IHM Voxnest

With nearly five hundred programs under its banner, the iHeartPodcast Network has become one of the biggest producers of content in the podcast industry. But with a portfolio that extensive, it can be difficult to sell all the advertising for every show – even with a large sales team. The ability to monetize the so-called “longtail” is what iHeart executives say was the driving force behind the company’s recent $50 million acquisition of Voxnest.

“We have the largest audio sales force in America by a lot with thousands of sales professionals out selling audio and we are able to hit it from many angles. Buying Voxnest allows us to be more into the programmatic space to sell some of that inventory,” iHeartMedia CEO Bob Pittman told the Wells Fargo TMT Summit this week. He said roughly 20% to 30% of ad avails are either unsold or under-monetized. “To fill in the holes, we needed a programmatic platform and Voxnest fills that hole for us and allows us to very efficiently pick up those bits and pieces and turn them into significant revenue,” Pittman explained. Because Voxnest aggregates its inventory across several smaller programmatic platforms, he also thinks Voxnest has more appeal to ad buyers in search of a one-stop-shop marketplace.

As the podcast industry consolidates, iHeart sees its scale as one of the company’s biggest advantages and not just in terms of advertising. While the days of a podcast breaking through from a single show produced in a basement marked podcasting’s early years, as bigger brands and personalities jump in, the medium’s reach has become more important.

CFO/COO Rich Bressler told the conference that iHeart is now more easily able to form alliances with creators like Malcolm Gladwell, whose Pushkin Industries just inked a two-year coproduction deal to produce a slate of new, original podcasts. “He probably had a chance to go behind the paywall for much bigger minimum guarantees. But the reason he chose us is that ability to make a podcast successful and reach the largest audience,” said Bressler.

Pittman said iHeart also has another big advantage. “We have radio, so we have the ability to promote these podcasts to people,” he told investors.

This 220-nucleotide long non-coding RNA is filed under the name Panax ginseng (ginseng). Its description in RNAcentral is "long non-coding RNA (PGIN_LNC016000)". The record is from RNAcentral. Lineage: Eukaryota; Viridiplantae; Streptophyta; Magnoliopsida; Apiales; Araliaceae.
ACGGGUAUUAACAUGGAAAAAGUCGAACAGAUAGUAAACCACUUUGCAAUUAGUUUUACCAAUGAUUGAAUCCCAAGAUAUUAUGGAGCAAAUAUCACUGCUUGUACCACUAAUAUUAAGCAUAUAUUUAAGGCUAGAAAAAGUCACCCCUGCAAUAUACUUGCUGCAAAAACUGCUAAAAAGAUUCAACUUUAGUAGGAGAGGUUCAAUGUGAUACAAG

Yet Pittman said deals and alliances are not yet make-or-break for most podcast companies as the medium grows by leaps and bounds. “We are quite a long way away from worrying about our share,” he said. “We are more worried about keeping this pie growing.” Pittman said that is a job made easier by the fact that consumers naturally like podcasts. “It’s not like we have to convince them to do something they don’t want to do. We just have to expose it to them,” he said. It is why iHeart has ramped up using its radio stations to promote podcasts.

Digital listening to podcasts and iHeart’s other streaming music stations continues to grow, and while it helps keep the company competitive Pittman said he still views having iHeartRadio on everything from smartphones to smart TVs and gaming devices as part of a strategy of being wherever consumers are reaching for audio content.

“Instead of transition, it’s really fill-in,” Pittman said. “There are places that you can’t get to a radio and having these other 250 platforms allows people to get to their radio more and it gives them more opportunities to listen.” he said.

The company’s research has found the average listener tunes in seven times per day rather than sitting down with broadcast radio for an hour. “They’re always checking in and out because we’re offering them companionship so the more places that they can find us, the more listening they can do,” Pittman said. “It adds to the engagement. We are there whenever they need us.”